Focus on Photosynthesis
An international group of researchers working with a Max Planck scientist determines the arrangement of atoms in the manganese cluster of photosystem II
Coal, oil or natural gas: all fossil fuels contain the energy of sunlight, stored with the aid of photosynthesis in energy-rich chemical compounds. A researcher at the Max Planck Institute for Bioinorganic Chemistry in Mülheim on the Ruhr working with colleagues from the Technical University in Berlin, the Free University in Berlin and the Lawrence Berkeley National Laboratory has shed light on an important detail in this process. The scientists have determined the structure of the complex in photosystem II, in which water is split with the energy of sunlight. This creates, in addition to molecular oxygen, protons and electrons which in principle can be combined to create hydrogen. If it were possible to copy this process, an inexhaustible source of carbon dioxide-free energy would become available (Science, November 3, 2006).
Artificial photosynthesis could provide the energy source of the future - hydrogen. To accomplish this, however, researchers must fully understand how plants and photosynthetic microorganisms split water with the energy of sunlight - only then would they be able to copy the process one day. Together with his colleagues, Dr. Johannes Messinger has now determined the precise structure of the part of the cluster containing manganese in which water is split into its component parts. Up to now it has been technically impossible to efficiently recreate this crucial step.
There are four manganese, one calcium and at least five oxygen atoms linked together in the complete cluster. "The secret is in their geometric arrangement. We discussed at least 18 models for the arrangement of just the manganese and oxygen atoms," said Johannes Messinger, senior research scientist at the Max Planck Institute in Mülheim. With their experimental and theoretical work, the scientists have put an end for now to speculation about the correct geometrical arrangement. According to their findings, the cluster is constructed of three linked rhombi. Two of the manganese and oxygen atom rhombi share an edge, so that both one manganese and one oxygen atom have three bond partners. Another manganese atom is even surrounded by four bridging oxygen atoms as the third rhombus is attached to it. "We have also calculated the distances between the individual manganese atoms," said Johannes Messinger. Previously, scientists knew that the manganese atoms were not all separated by the same distance. The international team of researchers has now found out which manganese atoms are closer and which are further apart.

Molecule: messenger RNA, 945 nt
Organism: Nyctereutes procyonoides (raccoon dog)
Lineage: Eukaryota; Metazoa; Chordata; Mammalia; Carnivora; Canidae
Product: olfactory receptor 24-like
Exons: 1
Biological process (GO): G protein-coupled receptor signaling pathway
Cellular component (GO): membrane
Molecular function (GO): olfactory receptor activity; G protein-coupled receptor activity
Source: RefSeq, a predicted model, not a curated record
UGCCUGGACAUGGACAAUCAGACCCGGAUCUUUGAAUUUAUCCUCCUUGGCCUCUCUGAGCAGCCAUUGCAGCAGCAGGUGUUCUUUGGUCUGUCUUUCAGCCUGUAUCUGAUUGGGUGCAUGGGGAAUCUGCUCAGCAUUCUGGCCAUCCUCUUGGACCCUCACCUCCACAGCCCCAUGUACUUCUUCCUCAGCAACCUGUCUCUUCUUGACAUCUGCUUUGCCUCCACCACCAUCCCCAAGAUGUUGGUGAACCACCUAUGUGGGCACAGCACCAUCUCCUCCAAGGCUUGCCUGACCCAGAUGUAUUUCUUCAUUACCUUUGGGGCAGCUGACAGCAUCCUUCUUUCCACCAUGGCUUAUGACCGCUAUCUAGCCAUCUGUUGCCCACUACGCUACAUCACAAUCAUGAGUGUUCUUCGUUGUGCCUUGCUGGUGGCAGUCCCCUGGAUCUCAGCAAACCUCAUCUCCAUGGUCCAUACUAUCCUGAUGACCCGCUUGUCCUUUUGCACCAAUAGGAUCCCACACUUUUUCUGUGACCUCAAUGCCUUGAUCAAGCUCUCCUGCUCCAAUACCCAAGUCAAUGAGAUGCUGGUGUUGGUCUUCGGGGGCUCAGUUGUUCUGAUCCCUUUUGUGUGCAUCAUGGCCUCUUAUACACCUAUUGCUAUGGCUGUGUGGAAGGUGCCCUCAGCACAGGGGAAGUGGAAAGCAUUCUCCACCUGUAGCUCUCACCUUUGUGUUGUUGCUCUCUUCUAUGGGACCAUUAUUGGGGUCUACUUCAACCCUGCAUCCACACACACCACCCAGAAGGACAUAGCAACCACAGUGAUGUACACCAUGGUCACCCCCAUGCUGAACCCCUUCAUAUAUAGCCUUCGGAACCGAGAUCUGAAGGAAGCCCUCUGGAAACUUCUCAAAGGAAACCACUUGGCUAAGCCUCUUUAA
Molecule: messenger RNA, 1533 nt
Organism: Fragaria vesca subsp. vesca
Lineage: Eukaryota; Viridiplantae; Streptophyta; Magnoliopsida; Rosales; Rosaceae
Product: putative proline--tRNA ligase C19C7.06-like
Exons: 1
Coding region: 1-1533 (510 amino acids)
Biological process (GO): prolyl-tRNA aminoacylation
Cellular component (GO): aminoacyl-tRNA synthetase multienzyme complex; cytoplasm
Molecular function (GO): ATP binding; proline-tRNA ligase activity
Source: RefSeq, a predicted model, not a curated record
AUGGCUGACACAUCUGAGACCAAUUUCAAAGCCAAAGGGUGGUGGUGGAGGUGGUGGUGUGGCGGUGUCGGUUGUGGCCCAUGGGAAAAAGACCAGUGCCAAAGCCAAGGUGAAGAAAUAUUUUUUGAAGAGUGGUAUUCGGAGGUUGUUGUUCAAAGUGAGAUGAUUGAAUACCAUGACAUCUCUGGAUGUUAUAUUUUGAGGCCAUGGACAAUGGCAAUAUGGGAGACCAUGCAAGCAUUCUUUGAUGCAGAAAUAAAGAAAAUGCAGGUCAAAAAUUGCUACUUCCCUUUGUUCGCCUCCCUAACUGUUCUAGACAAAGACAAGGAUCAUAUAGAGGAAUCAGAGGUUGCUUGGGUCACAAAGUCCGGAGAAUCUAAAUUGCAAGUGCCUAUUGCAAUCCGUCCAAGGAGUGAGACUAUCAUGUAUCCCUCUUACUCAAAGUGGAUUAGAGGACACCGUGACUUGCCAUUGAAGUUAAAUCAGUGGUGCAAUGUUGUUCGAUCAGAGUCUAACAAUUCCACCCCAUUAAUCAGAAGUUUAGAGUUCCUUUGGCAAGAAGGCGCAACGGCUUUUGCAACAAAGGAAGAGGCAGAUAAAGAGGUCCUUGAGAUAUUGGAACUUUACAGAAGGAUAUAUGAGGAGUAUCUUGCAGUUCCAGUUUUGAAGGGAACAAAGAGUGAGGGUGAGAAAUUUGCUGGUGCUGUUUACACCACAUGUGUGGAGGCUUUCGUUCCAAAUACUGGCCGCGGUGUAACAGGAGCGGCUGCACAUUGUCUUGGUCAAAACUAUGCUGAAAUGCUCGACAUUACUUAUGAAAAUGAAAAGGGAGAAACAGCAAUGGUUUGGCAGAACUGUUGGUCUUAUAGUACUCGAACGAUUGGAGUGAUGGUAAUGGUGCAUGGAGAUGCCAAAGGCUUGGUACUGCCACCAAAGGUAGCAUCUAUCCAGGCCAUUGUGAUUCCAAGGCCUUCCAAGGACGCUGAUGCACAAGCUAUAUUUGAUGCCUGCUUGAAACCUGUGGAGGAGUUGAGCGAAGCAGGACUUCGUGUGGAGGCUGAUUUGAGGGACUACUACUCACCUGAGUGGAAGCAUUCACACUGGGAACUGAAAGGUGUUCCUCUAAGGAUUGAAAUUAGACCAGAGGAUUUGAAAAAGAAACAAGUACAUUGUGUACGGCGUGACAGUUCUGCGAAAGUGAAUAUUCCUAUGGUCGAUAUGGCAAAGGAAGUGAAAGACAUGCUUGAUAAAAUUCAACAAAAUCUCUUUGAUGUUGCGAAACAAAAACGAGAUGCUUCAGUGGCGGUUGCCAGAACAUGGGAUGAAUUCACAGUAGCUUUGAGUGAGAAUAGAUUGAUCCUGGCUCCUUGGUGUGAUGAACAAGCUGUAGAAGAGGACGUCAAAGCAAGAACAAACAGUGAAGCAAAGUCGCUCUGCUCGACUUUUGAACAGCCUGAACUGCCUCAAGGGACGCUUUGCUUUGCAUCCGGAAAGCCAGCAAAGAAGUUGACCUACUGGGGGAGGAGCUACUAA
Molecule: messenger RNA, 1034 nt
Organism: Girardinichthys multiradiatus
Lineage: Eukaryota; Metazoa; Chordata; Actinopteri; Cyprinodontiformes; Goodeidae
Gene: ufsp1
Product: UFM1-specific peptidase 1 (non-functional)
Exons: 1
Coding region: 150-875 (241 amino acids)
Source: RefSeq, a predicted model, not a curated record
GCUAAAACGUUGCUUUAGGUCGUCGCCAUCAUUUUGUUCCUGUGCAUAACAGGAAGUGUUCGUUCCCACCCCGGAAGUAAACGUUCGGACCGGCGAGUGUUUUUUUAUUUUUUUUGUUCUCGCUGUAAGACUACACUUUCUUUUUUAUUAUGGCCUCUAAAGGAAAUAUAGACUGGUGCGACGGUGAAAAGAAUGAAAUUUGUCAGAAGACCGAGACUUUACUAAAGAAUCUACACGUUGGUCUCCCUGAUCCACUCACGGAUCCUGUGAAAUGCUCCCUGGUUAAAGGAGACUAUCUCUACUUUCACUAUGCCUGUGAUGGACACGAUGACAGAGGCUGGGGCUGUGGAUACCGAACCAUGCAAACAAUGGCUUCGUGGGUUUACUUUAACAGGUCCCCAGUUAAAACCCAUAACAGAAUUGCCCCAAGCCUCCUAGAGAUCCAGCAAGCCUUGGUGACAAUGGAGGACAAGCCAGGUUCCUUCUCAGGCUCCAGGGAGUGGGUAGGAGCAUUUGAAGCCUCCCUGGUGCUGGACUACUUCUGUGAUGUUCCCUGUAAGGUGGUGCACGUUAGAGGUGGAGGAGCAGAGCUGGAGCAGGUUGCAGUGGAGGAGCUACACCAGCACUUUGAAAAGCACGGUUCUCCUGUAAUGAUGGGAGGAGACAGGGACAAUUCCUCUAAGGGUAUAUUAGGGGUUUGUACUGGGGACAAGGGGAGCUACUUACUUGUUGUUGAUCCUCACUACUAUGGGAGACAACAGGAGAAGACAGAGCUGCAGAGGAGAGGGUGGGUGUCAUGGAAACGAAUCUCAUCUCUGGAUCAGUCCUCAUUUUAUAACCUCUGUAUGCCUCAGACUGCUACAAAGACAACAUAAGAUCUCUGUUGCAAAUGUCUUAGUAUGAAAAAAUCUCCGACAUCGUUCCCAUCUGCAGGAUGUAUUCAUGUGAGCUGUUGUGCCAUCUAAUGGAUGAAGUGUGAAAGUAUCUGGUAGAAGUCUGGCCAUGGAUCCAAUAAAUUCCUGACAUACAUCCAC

Messinger and his colleagues have derived these findings from experiments (particularly those with EXAFS measurements) and from theoretical considerations. They used a computer to compare all the theoretically possible atom arrangements with the results of the experiments and were successful. "In the end there was only one arrangement for the four manganese atoms with the bridging oxygen atoms," said Messinger. "This takes us a crucial step further." There remain only two details to be cleared up: the new findings allow for three possibilities for the orientation of the cluster in the protein of photo system II, which gives four possible positions for the calcium.
The scientists in the international group developed the EXAFS (Extended X-ray Absorption Fine Structure) measurement system further for their investigations. This determines exactly the types of atoms and the distance between them and provided them with an insight that is denied crystallographers. In the past, when crystallographers tried to reveal the blueprint for the manganese cluster using X-ray structure analysis, the necessarily high doses of radiation destroyed the structure of the cluster [Yano et.al. Proceedings of the National Academy of Sciences of the USA, 102 (2005) 12047-12052]. To protect the cluster from a similar fate, the scientists used the low radiation doses of the EXAFS method and replaced the crystal repeatedly after short periods of measuring in the synchrotron beam.
"We now have a structural basis with which to understand the different stages of reactions in the process that uses sunlight to split water," says Messinger. "This is an important step towards developing artificial catalysts for regenerative hydrogen production."